One of the most pleasurable aspects of our business is working with our colleagues from around the world to assist them in gaining protection for their clients’ trademarks in the United States. While the Madrid Protocol has made the world a considerable smaller place for trademark owners and their counsel, not every country’s laws operate in the same way, and our colleagues from outside the United States sometimes find the process here different from their local practices, and occasionally a bit frustrating. This is an overview of some of the most common differences you may encounter when seeking protection in the U.S.
Trademark rights here in the United States grow from use in the mark in commerce. Registration here is secondary. (That is not to suggest registration is not important!) The trademark laws here recognize protection for marks that are not in use only to a limited extent and for a limited period of time.* One of the ways in which our foreign colleagues’ experience difficulty is that in much of the rest of the world, it is perfectly acceptable to claim protection on all of the goods in a particular class, or to simply list a class heading. There has been case law in the U.S. in recent years, however that states that listing goods in an application with which the applicant has not bona fide intention to actually use the mark may constitute fraud on the United States Patent & Trademark Office (USPTO), and may subject a mark to cancellation. We counsel our colleagues to advise their clients to choose their goods and services for a U.S. application in line with their actual intent to use the mark in the United States.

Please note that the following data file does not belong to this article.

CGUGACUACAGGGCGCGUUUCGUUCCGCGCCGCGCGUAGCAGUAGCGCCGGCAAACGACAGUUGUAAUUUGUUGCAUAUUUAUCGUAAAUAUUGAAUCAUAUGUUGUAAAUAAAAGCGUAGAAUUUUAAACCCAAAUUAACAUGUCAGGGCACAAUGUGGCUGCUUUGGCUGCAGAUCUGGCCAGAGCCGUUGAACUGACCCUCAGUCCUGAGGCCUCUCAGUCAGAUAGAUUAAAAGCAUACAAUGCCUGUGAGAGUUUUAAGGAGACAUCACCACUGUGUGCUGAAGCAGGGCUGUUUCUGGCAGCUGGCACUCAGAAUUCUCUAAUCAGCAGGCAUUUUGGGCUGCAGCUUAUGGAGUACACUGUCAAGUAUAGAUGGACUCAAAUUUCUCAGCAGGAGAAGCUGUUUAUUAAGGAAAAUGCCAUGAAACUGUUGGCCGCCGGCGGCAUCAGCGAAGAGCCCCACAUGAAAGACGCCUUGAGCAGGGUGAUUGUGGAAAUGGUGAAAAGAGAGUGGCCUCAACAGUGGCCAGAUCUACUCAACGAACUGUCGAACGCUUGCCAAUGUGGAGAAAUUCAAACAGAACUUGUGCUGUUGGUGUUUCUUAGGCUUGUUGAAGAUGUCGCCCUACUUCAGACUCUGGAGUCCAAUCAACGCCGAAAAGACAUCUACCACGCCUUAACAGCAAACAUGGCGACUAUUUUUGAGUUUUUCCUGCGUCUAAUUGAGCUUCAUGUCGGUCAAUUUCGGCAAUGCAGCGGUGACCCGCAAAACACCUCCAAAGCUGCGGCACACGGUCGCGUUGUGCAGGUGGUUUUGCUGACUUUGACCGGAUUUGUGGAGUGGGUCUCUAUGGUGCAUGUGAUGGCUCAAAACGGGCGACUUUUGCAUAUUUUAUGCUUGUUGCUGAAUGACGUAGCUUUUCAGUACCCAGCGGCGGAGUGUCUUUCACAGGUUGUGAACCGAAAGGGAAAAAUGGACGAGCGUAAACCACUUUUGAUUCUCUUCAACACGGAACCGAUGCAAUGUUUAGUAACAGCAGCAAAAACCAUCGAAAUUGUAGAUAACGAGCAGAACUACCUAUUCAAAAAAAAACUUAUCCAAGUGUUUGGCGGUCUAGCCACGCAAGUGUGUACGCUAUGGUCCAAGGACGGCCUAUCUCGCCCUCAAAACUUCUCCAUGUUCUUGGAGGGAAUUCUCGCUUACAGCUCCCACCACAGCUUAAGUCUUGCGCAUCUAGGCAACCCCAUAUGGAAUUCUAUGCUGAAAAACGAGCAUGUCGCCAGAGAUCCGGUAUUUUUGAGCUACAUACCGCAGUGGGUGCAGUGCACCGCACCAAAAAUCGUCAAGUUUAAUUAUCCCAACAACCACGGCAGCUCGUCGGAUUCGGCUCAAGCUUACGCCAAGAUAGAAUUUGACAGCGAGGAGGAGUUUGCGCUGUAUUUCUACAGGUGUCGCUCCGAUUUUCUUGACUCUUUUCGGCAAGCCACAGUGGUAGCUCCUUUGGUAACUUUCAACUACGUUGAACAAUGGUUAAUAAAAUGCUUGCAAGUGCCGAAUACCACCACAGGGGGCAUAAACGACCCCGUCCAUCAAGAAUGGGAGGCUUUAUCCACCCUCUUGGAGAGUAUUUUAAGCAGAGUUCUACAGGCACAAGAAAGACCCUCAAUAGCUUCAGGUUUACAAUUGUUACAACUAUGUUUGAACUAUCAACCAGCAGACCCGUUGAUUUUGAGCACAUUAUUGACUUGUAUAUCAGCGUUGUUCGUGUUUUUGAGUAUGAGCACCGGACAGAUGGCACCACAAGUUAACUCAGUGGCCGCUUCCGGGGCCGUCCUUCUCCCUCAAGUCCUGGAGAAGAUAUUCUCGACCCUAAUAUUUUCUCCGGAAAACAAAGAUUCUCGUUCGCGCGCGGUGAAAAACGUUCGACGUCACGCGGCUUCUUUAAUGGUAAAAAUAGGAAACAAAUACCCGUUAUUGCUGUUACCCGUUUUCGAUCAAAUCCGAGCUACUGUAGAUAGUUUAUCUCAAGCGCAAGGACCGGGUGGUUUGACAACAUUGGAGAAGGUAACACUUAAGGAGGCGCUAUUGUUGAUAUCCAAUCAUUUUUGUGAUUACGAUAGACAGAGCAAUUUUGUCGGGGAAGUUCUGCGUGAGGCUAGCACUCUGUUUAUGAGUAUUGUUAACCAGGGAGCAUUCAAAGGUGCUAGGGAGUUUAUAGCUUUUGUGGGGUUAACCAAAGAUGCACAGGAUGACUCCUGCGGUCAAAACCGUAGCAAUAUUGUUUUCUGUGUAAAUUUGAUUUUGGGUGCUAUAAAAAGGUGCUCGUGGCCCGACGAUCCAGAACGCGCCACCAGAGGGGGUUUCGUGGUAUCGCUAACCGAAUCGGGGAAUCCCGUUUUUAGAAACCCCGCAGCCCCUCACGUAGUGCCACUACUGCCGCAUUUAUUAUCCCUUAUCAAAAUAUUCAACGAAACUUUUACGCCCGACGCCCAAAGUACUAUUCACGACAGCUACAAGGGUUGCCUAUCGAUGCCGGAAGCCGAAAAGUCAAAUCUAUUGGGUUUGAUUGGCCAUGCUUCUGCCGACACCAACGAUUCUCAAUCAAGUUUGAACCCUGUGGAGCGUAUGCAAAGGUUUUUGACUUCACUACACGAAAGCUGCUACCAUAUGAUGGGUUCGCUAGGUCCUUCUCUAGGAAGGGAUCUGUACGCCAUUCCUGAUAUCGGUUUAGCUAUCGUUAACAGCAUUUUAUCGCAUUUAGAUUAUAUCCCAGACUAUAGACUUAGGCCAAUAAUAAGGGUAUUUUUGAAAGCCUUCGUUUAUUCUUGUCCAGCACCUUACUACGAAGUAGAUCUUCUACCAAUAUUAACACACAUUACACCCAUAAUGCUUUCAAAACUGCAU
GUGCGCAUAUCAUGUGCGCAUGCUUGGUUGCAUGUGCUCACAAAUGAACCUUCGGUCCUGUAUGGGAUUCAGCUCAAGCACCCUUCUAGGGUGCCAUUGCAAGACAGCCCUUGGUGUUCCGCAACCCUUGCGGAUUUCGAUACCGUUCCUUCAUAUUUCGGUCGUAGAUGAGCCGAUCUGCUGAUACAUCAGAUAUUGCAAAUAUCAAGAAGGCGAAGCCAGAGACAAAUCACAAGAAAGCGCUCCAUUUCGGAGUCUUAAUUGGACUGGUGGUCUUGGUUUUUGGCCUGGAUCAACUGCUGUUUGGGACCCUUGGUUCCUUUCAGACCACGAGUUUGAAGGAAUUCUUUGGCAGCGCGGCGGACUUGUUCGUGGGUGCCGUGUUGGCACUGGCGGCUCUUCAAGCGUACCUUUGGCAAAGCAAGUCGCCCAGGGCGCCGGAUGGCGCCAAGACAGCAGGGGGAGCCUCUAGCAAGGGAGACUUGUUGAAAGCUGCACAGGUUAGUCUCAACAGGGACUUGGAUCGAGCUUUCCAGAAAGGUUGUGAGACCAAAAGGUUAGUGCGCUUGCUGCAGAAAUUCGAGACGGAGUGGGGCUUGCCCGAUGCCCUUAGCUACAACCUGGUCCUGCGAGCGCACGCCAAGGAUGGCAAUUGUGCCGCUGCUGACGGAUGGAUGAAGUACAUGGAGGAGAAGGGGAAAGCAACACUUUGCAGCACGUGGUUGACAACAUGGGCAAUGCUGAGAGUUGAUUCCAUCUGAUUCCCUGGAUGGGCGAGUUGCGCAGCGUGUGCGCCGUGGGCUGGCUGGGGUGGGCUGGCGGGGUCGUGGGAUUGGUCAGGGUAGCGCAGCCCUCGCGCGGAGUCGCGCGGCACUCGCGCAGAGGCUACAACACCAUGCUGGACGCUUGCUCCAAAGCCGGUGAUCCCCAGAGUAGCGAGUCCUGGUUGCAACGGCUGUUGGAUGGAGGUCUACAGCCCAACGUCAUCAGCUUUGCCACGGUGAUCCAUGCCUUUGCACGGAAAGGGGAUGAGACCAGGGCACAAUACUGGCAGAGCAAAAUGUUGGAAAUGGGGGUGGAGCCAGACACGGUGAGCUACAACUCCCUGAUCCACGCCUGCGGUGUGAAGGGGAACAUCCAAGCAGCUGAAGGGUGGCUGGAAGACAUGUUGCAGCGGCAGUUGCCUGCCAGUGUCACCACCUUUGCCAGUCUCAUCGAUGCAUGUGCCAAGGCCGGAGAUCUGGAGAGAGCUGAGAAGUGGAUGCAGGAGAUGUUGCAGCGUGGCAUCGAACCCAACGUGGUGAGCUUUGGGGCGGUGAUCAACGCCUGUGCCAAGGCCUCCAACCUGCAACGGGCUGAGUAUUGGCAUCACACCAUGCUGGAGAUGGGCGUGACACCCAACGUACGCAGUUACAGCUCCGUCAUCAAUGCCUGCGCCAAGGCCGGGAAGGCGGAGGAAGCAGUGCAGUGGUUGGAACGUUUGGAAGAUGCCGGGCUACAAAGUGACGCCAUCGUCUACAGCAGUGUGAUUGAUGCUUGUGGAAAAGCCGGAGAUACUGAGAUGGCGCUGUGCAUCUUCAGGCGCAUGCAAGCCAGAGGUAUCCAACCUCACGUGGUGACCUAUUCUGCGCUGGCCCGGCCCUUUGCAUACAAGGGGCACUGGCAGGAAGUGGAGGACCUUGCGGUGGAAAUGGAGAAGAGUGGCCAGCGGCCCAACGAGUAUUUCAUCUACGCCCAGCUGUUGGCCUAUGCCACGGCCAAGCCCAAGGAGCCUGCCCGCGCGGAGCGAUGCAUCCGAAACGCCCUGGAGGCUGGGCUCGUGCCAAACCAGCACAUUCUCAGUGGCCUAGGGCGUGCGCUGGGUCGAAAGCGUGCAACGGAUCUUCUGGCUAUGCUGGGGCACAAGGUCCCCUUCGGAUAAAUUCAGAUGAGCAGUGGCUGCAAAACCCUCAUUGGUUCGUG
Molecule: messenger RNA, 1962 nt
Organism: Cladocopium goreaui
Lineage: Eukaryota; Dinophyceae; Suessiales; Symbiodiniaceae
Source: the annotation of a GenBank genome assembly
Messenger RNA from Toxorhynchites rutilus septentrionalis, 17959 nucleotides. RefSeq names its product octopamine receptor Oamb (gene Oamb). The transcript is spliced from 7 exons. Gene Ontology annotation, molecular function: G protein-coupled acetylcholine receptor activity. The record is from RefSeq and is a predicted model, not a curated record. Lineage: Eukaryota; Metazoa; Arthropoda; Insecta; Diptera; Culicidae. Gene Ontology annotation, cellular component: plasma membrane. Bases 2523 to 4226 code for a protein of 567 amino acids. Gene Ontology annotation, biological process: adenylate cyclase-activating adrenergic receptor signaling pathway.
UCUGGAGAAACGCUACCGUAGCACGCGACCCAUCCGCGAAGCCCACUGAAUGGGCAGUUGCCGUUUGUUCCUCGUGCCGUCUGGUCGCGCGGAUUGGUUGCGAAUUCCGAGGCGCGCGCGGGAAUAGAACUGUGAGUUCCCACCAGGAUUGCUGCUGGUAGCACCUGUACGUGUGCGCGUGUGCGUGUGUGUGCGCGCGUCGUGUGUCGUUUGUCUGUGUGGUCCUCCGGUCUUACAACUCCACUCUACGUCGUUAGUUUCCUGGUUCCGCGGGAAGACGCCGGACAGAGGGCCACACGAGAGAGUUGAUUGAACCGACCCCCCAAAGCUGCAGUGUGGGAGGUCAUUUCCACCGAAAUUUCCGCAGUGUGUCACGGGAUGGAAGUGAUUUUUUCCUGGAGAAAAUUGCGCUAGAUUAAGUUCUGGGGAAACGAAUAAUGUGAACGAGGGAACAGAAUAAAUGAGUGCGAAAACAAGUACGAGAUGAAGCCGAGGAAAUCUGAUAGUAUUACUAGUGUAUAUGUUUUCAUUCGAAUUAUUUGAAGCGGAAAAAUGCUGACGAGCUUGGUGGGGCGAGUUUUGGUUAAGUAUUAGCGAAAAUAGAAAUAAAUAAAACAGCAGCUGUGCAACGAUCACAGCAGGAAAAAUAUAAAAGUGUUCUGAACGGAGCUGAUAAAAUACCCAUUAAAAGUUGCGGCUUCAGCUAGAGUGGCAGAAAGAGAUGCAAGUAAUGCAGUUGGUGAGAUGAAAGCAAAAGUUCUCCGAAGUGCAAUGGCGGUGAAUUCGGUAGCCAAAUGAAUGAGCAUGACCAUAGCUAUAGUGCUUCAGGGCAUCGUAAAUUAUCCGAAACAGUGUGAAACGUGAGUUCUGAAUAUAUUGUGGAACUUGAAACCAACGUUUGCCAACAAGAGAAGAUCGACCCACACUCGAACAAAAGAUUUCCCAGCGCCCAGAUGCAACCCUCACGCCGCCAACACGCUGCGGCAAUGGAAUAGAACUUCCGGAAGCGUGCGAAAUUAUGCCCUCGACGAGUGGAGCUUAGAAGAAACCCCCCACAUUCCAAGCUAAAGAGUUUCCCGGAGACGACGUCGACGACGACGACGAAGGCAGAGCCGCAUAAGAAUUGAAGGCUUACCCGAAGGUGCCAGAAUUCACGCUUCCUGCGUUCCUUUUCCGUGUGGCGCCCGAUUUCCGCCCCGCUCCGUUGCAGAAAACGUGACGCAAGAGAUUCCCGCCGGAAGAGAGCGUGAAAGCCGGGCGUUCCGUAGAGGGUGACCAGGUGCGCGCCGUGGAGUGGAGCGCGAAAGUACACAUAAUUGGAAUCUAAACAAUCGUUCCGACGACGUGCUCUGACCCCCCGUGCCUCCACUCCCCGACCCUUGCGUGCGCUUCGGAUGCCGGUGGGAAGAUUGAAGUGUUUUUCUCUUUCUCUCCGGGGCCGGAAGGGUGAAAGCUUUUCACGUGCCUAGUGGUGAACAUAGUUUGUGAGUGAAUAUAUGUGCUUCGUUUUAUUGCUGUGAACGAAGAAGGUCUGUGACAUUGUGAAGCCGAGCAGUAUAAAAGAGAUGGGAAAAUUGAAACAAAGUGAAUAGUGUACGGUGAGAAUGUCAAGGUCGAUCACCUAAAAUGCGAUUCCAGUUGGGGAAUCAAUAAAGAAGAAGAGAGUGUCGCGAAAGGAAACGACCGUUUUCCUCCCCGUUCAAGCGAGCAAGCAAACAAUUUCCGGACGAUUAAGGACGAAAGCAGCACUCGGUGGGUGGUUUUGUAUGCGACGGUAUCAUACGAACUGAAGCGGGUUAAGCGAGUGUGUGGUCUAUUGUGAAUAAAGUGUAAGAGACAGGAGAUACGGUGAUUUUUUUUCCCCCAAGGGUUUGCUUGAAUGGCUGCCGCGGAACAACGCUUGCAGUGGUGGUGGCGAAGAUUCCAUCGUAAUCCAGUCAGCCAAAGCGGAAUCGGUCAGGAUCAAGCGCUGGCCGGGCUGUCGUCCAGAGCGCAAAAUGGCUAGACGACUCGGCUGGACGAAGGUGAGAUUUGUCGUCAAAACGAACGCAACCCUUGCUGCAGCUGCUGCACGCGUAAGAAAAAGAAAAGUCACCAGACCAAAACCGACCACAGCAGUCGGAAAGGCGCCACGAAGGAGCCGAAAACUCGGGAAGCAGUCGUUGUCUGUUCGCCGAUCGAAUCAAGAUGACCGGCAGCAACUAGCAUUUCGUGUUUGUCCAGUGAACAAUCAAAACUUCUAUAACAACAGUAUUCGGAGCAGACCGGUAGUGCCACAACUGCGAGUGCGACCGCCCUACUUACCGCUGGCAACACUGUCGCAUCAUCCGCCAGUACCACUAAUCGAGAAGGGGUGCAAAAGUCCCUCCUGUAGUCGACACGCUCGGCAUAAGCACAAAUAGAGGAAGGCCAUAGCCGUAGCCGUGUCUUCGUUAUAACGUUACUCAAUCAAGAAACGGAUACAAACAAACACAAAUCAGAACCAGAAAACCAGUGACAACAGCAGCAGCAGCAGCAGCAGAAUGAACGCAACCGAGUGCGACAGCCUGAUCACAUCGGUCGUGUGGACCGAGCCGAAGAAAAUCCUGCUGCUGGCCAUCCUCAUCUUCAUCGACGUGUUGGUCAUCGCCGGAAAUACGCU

* Applications for which priority is claimed based on a foreign application or registration, or which come under a Madrid Protocol extension, are exempted from having to prove use prior to registration; however, use must be proven after five years from the date of registration in order to maintain protection.
Even with careful selection of goods and services, the USPTO may not always accept our identification in the first instance. The USPTO does not recognize the Nice Classifications, but the specificity with which goods and services need to be described in a U.S. application has evolved somewhat away from what much of the rest of the world will accept. The descriptions of services that were accepted for registration in a client’s home country may still require revision in the U.S. A specification for “sports gloves” in Class 25 will result in a refusal to register for lack of specificity, although “gloves” by itself is a perfectly acceptable identification. We often go through several rounds of revisions of goods and services identification before the USPTO will allow the application to pass to publication — be prepared to be patient!
Renewals of U.S. trademark registrations come between years 5 and 6 from the date of registration (when affidavits are submitted to show that the mark has been in continuous use and has become “incontestable”), between years 9 and 10 (for renewal), and then every 10 years thereafter. However, this renewal scheme is in addition to, and not an alternative to, renewal of an international registration under the Madrid Protocol. International Registrations must be renewed every 10 years from the date of the registration as well.
Contact us with any other questions about protecting your clients’ trademarks in the United States. Aaron | Sanders PLLC is happy to help!